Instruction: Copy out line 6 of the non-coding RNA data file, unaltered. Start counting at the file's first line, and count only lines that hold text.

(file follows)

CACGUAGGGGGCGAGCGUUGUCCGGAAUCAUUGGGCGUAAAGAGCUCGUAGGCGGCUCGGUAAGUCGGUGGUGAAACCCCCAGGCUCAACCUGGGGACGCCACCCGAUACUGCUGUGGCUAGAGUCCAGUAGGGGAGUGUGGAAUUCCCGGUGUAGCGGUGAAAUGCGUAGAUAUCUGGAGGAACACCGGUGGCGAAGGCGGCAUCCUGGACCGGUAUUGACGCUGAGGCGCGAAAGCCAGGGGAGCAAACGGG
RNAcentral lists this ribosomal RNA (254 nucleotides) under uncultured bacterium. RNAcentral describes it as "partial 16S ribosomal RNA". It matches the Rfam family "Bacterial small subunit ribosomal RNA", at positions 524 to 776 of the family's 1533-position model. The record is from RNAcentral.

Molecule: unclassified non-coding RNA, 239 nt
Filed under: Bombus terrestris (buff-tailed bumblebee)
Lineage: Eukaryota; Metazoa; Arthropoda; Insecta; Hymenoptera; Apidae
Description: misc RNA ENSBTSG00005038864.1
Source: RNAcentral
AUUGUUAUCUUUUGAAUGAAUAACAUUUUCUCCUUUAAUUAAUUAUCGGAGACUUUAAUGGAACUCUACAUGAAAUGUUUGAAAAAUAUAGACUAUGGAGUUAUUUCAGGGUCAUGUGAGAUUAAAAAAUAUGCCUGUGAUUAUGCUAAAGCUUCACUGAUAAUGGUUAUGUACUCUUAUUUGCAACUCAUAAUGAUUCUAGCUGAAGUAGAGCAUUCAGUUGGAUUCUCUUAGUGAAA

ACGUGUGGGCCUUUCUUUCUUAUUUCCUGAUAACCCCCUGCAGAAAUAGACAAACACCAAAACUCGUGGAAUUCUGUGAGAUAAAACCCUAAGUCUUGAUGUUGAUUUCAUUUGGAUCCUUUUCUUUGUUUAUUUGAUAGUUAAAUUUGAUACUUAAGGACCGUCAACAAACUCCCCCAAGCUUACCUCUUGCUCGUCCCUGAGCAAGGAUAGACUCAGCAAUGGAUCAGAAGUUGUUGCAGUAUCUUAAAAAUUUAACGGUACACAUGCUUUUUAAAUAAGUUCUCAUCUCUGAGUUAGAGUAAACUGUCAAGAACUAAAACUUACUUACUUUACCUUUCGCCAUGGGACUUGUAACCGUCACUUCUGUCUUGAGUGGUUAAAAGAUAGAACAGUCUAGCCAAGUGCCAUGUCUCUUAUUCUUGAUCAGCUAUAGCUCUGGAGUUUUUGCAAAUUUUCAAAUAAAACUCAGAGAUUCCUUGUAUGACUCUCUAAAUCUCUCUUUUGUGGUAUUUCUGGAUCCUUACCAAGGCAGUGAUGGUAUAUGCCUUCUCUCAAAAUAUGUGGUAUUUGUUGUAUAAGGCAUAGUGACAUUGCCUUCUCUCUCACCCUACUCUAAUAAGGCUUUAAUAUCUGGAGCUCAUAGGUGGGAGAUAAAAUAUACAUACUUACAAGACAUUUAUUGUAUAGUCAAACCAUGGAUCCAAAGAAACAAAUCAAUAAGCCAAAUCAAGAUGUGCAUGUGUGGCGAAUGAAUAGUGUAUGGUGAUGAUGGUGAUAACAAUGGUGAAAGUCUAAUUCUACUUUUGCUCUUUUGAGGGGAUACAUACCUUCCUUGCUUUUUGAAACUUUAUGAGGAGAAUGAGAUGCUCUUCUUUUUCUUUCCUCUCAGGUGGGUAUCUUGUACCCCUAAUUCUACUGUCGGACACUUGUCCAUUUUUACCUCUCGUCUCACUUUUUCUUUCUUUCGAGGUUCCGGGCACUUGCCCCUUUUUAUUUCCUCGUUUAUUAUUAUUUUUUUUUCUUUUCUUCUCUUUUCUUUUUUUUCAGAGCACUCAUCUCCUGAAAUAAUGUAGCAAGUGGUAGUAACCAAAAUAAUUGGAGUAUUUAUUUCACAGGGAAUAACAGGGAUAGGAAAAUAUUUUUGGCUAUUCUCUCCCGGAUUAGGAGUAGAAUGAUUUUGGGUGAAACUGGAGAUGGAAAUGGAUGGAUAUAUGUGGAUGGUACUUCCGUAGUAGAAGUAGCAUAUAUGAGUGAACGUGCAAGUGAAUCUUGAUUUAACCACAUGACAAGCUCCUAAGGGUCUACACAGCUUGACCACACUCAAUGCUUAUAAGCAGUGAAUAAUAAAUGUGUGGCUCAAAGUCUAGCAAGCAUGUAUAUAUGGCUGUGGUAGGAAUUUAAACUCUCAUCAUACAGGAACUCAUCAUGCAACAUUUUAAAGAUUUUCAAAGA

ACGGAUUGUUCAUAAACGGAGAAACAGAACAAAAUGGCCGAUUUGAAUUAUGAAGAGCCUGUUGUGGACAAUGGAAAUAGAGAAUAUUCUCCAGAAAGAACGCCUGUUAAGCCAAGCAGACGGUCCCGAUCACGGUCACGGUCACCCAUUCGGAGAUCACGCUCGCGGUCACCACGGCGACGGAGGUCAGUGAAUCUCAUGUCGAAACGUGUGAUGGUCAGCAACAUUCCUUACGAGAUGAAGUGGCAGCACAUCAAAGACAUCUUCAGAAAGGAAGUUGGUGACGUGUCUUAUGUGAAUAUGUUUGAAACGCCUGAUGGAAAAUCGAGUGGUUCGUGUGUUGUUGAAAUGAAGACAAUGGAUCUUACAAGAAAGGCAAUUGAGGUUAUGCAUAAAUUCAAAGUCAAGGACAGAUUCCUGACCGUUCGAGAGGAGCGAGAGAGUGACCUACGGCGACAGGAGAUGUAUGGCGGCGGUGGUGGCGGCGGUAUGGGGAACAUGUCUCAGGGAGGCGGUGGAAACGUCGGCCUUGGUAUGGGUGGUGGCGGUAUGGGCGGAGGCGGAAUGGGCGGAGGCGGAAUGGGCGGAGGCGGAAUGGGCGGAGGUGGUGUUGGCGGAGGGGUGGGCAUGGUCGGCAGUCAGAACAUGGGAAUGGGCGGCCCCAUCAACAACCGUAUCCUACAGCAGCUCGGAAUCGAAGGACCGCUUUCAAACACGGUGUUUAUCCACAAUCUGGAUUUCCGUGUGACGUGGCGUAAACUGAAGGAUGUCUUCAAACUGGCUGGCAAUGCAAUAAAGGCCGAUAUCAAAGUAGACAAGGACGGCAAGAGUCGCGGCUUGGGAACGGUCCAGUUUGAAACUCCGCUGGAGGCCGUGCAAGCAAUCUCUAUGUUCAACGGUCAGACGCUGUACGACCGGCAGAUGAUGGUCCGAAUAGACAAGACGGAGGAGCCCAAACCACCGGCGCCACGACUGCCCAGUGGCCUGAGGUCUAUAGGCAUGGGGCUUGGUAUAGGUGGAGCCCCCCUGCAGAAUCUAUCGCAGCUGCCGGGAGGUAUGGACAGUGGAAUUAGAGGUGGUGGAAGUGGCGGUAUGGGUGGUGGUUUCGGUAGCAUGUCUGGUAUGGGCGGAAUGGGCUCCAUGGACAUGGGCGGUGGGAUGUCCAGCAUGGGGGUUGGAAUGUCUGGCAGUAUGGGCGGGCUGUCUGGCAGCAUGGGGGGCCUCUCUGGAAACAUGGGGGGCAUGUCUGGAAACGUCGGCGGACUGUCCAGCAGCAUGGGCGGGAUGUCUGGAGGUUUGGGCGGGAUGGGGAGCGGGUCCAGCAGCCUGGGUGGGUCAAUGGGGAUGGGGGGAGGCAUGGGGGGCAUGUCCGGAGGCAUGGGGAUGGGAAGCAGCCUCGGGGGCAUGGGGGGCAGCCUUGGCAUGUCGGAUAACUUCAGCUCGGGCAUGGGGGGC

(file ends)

Description: misc RNA ENSBTSG00005038864.1